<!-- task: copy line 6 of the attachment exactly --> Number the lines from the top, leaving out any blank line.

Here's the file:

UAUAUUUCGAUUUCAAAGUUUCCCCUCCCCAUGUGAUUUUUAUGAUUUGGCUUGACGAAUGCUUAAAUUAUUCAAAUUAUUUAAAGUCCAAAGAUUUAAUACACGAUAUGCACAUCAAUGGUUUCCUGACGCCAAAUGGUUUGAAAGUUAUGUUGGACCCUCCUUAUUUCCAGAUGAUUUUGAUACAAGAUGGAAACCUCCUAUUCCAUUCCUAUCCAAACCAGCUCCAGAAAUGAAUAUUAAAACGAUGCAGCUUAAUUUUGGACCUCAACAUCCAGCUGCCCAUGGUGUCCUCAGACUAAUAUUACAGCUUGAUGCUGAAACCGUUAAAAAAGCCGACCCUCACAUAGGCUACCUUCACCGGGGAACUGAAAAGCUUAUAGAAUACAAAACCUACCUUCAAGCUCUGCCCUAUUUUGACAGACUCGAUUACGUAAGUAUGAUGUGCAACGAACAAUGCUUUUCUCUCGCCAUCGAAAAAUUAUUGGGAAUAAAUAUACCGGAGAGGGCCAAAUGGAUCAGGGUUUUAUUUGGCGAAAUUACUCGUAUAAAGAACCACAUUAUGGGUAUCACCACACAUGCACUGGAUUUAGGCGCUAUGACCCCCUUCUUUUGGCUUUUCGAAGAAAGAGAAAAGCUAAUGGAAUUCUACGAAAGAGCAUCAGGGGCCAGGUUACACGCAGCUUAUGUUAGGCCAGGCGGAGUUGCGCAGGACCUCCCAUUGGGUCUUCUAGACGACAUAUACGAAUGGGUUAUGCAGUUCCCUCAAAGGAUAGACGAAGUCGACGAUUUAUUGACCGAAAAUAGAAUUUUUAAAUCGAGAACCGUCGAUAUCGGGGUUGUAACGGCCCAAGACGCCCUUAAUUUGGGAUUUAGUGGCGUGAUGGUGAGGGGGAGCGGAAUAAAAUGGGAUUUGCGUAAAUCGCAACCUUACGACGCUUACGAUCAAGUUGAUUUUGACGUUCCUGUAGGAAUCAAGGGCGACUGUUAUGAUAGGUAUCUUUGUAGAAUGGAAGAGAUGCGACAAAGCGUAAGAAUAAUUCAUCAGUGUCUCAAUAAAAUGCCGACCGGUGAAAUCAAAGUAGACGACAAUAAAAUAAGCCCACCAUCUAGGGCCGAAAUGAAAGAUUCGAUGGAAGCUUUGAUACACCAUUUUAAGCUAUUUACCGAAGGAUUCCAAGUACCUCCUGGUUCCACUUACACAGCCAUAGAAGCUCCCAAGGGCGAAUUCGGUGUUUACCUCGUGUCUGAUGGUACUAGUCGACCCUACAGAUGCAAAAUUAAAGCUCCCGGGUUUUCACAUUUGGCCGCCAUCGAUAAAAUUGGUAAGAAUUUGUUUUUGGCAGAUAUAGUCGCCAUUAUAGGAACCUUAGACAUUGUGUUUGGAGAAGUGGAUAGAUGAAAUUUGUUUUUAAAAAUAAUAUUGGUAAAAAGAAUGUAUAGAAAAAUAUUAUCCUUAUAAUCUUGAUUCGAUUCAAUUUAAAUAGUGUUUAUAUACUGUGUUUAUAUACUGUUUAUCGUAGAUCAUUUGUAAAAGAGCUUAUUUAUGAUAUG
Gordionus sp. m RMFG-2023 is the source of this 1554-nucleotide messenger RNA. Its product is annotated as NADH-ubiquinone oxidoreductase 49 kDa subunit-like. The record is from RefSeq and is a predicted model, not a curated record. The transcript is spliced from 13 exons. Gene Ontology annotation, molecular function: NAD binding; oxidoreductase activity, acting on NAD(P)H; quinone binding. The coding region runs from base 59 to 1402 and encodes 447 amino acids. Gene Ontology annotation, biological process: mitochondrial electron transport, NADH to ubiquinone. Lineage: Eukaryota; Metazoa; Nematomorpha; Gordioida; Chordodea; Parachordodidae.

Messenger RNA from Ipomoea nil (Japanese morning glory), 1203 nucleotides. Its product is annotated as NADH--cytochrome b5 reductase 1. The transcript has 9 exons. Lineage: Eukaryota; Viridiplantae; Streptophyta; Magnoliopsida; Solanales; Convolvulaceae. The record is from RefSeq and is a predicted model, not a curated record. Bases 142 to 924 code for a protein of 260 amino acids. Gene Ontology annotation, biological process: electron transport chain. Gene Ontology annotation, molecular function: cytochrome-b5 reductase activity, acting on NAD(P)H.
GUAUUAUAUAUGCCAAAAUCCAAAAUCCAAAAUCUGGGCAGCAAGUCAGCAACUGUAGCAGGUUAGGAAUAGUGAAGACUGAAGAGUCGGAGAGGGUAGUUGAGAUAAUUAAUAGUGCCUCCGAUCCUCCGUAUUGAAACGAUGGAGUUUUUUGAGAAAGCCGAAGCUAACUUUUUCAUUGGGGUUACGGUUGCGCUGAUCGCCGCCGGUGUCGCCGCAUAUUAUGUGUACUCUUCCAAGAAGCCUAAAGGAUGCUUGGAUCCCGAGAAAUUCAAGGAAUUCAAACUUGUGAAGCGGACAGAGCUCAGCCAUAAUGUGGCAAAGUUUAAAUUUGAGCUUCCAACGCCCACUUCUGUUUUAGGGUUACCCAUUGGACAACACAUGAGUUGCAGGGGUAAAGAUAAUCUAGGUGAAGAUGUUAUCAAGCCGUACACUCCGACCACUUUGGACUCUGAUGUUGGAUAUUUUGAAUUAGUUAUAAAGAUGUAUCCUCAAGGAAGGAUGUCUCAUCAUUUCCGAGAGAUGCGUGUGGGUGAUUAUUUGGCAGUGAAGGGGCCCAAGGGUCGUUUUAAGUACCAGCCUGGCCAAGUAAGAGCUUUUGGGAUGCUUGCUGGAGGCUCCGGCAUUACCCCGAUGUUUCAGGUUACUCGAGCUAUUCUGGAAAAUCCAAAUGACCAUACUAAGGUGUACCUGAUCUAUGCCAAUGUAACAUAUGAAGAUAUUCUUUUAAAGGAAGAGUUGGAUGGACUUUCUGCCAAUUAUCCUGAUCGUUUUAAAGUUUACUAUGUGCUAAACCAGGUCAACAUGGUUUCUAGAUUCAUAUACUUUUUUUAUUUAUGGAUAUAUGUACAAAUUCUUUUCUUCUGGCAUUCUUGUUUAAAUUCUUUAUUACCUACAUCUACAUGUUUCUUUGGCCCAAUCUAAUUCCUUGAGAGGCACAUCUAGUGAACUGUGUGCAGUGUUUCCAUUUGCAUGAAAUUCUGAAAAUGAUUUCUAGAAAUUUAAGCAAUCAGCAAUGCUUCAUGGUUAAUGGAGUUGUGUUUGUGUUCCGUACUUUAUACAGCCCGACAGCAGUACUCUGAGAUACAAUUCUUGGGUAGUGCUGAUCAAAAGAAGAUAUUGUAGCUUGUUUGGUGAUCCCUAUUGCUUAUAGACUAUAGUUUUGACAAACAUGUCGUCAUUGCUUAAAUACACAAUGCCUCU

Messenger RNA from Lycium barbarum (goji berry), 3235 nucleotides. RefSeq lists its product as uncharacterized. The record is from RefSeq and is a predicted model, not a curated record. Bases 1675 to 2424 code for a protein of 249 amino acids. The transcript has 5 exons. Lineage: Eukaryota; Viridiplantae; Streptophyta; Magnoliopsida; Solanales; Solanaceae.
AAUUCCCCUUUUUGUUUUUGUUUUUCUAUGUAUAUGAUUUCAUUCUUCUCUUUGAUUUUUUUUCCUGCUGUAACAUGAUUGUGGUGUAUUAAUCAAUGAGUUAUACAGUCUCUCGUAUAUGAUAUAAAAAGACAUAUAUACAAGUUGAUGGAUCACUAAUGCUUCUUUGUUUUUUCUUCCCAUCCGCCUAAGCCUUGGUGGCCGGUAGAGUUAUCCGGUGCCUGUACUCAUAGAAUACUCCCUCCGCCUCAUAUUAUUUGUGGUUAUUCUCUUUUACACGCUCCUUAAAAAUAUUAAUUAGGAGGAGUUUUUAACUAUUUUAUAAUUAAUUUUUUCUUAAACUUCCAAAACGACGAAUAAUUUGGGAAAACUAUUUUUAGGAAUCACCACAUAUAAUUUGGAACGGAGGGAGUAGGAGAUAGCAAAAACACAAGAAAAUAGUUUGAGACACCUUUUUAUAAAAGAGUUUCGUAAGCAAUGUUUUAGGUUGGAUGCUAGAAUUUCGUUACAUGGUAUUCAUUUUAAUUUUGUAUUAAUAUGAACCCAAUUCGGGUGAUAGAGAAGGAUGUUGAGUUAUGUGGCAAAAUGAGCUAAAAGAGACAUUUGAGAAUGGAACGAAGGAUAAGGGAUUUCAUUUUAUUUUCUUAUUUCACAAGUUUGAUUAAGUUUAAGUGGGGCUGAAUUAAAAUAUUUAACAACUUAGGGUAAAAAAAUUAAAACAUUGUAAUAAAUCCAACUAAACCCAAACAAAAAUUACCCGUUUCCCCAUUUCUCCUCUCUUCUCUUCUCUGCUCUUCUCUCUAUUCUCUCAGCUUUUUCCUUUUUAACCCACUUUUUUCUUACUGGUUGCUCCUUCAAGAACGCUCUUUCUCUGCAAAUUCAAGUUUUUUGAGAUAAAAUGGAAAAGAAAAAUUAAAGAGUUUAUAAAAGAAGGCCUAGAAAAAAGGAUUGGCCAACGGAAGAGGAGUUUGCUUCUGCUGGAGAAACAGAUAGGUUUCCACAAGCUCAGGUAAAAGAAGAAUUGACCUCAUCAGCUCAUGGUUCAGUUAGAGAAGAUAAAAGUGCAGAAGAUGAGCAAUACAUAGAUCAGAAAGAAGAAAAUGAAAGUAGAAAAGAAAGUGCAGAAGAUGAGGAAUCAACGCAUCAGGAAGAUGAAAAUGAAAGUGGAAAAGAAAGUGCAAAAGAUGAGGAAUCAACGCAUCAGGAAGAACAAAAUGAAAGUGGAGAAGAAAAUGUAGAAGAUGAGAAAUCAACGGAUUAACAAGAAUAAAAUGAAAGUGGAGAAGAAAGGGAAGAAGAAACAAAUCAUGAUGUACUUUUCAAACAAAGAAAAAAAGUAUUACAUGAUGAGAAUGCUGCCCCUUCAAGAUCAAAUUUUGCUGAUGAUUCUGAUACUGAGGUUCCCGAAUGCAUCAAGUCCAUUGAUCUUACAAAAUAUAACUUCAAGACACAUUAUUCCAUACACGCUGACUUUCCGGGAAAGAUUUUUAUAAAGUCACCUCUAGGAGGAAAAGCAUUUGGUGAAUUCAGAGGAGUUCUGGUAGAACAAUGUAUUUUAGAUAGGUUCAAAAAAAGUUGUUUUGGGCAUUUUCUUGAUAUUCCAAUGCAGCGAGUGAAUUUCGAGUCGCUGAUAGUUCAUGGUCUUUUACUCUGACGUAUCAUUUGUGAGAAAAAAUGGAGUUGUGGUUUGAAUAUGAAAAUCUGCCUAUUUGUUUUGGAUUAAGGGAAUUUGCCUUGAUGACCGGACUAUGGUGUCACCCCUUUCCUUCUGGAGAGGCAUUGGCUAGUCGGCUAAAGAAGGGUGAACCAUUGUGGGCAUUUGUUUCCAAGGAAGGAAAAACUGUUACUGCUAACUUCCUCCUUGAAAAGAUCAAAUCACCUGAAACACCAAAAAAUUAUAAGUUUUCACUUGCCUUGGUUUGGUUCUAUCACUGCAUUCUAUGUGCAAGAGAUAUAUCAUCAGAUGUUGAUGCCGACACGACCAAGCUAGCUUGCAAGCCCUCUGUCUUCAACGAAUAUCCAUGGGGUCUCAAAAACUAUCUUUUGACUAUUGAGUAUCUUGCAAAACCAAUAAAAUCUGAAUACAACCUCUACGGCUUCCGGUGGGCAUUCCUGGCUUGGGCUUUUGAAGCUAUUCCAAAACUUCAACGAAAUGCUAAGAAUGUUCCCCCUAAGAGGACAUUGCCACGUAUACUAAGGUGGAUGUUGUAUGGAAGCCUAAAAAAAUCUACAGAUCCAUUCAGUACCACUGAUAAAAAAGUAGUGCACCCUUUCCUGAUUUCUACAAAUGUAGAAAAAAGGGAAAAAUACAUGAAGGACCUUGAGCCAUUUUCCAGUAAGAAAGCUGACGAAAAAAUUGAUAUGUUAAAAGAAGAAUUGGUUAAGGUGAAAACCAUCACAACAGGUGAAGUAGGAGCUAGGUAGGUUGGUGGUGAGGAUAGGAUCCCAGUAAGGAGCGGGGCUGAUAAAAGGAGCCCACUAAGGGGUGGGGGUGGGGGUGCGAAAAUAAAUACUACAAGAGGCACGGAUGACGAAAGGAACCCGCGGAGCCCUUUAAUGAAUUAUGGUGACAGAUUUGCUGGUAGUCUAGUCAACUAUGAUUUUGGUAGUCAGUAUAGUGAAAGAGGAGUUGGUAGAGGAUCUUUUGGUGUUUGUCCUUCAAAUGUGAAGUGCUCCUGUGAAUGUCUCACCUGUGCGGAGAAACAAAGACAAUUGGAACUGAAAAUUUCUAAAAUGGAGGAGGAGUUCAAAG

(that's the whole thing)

AAUUCCCCUUUUUGUUUUUGUUUUUCUAUGUAUAUGAUUUCAUUCUUCUCUUUGAUUUUUUUUCCUGCUGUAACAUGAUUGUGGUGUAUUAAUCAAUGAGUUAUACAGUCUCUCGUAUAUGAUAUAAAAAGACAUAUAUACAAGUUGAUGGAUCACUAAUGCUUCUUUGUUUUUUCUUCCCAUCCGCCUAAGCCUUGGUGGCCGGUAGAGUUAUCCGGUGCCUGUACUCAUAGAAUACUCCCUCCGCCUCAUAUUAUUUGUGGUUAUUCUCUUUUACACGCUCCUUAAAAAUAUUAAUUAGGAGGAGUUUUUAACUAUUUUAUAAUUAAUUUUUUCUUAAACUUCCAAAACGACGAAUAAUUUGGGAAAACUAUUUUUAGGAAUCACCACAUAUAAUUUGGAACGGAGGGAGUAGGAGAUAGCAAAAACACAAGAAAAUAGUUUGAGACACCUUUUUAUAAAAGAGUUUCGUAAGCAAUGUUUUAGGUUGGAUGCUAGAAUUUCGUUACAUGGUAUUCAUUUUAAUUUUGUAUUAAUAUGAACCCAAUUCGGGUGAUAGAGAAGGAUGUUGAGUUAUGUGGCAAAAUGAGCUAAAAGAGACAUUUGAGAAUGGAACGAAGGAUAAGGGAUUUCAUUUUAUUUUCUUAUUUCACAAGUUUGAUUAAGUUUAAGUGGGGCUGAAUUAAAAUAUUUAACAACUUAGGGUAAAAAAAUUAAAACAUUGUAAUAAAUCCAACUAAACCCAAACAAAAAUUACCCGUUUCCCCAUUUCUCCUCUCUUCUCUUCUCUGCUCUUCUCUCUAUUCUCUCAGCUUUUUCCUUUUUAACCCACUUUUUUCUUACUGGUUGCUCCUUCAAGAACGCUCUUUCUCUGCAAAUUCAAGUUUUUUGAGAUAAAAUGGAAAAGAAAAAUUAAAGAGUUUAUAAAAGAAGGCCUAGAAAAAAGGAUUGGCCAACGGAAGAGGAGUUUGCUUCUGCUGGAGAAACAGAUAGGUUUCCACAAGCUCAGGUAAAAGAAGAAUUGACCUCAUCAGCUCAUGGUUCAGUUAGAGAAGAUAAAAGUGCAGAAGAUGAGCAAUACAUAGAUCAGAAAGAAGAAAAUGAAAGUAGAAAAGAAAGUGCAGAAGAUGAGGAAUCAACGCAUCAGGAAGAUGAAAAUGAAAGUGGAAAAGAAAGUGCAAAAGAUGAGGAAUCAACGCAUCAGGAAGAACAAAAUGAAAGUGGAGAAGAAAAUGUAGAAGAUGAGAAAUCAACGGAUUAACAAGAAUAAAAUGAAAGUGGAGAAGAAAGGGAAGAAGAAACAAAUCAUGAUGUACUUUUCAAACAAAGAAAAAAAGUAUUACAUGAUGAGAAUGCUGCCCCUUCAAGAUCAAAUUUUGCUGAUGAUUCUGAUACUGAGGUUCCCGAAUGCAUCAAGUCCAUUGAUCUUACAAAAUAUAACUUCAAGACACAUUAUUCCAUACACGCUGACUUUCCGGGAAAGAUUUUUAUAAAGUCACCUCUAGGAGGAAAAGCAUUUGGUGAAUUCAGAGGAGUUCUGGUAGAACAAUGUAUUUUAGAUAGGUUCAAAAAAAGUUGUUUUGGGCAUUUUCUUGAUAUUCCAAUGCAGCGAGUGAAUUUCGAGUCGCUGAUAGUUCAUGGUCUUUUACUCUGACGUAUCAUUUGUGAGAAAAAAUGGAGUUGUGGUUUGAAUAUGAAAAUCUGCCUAUUUGUUUUGGAUUAAGGGAAUUUGCCUUGAUGACCGGACUAUGGUGUCACCCCUUUCCUUCUGGAGAGGCAUUGGCUAGUCGGCUAAAGAAGGGUGAACCAUUGUGGGCAUUUGUUUCCAAGGAAGGAAAAACUGUUACUGCUAACUUCCUCCUUGAAAAGAUCAAAUCACCUGAAACACCAAAAAAUUAUAAGUUUUCACUUGCCUUGGUUUGGUUCUAUCACUGCAUUCUAUGUGCAAGAGAUAUAUCAUCAGAUGUUGAUGCCGACACGACCAAGCUAGCUUGCAAGCCCUCUGUCUUCAACGAAUAUCCAUGGGGUCUCAAAAACUAUCUUUUGACUAUUGAGUAUCUUGCAAAACCAAUAAAAUCUGAAUACAACCUCUACGGCUUCCGGUGGGCAUUCCUGGCUUGGGCUUUUGAAGCUAUUCCAAAACUUCAACGAAAUGCUAAGAAUGUUCCCCCUAAGAGGACAUUGCCACGUAUACUAAGGUGGAUGUUGUAUGGAAGCCUAAAAAAAUCUACAGAUCCAUUCAGUACCACUGAUAAAAAAGUAGUGCACCCUUUCCUGAUUUCUACAAAUGUAGAAAAAAGGGAAAAAUACAUGAAGGACCUUGAGCCAUUUUCCAGUAAGAAAGCUGACGAAAAAAUUGAUAUGUUAAAAGAAGAAUUGGUUAAGGUGAAAACCAUCACAACAGGUGAAGUAGGAGCUAGGUAGGUUGGUGGUGAGGAUAGGAUCCCAGUAAGGAGCGGGGCUGAUAAAAGGAGCCCACUAAGGGGUGGGGGUGGGGGUGCGAAAAUAAAUACUACAAGAGGCACGGAUGACGAAAGGAACCCGCGGAGCCCUUUAAUGAAUUAUGGUGACAGAUUUGCUGGUAGUCUAGUCAACUAUGAUUUUGGUAGUCAGUAUAGUGAAAGAGGAGUUGGUAGAGGAUCUUUUGGUGUUUGUCCUUCAAAUGUGAAGUGCUCCUGUGAAUGUCUCACCUGUGCGGAGAAACAAAGACAAUUGGAACUGAAAAUUUCUAAAAUGGAGGAGGAGUUCAAAG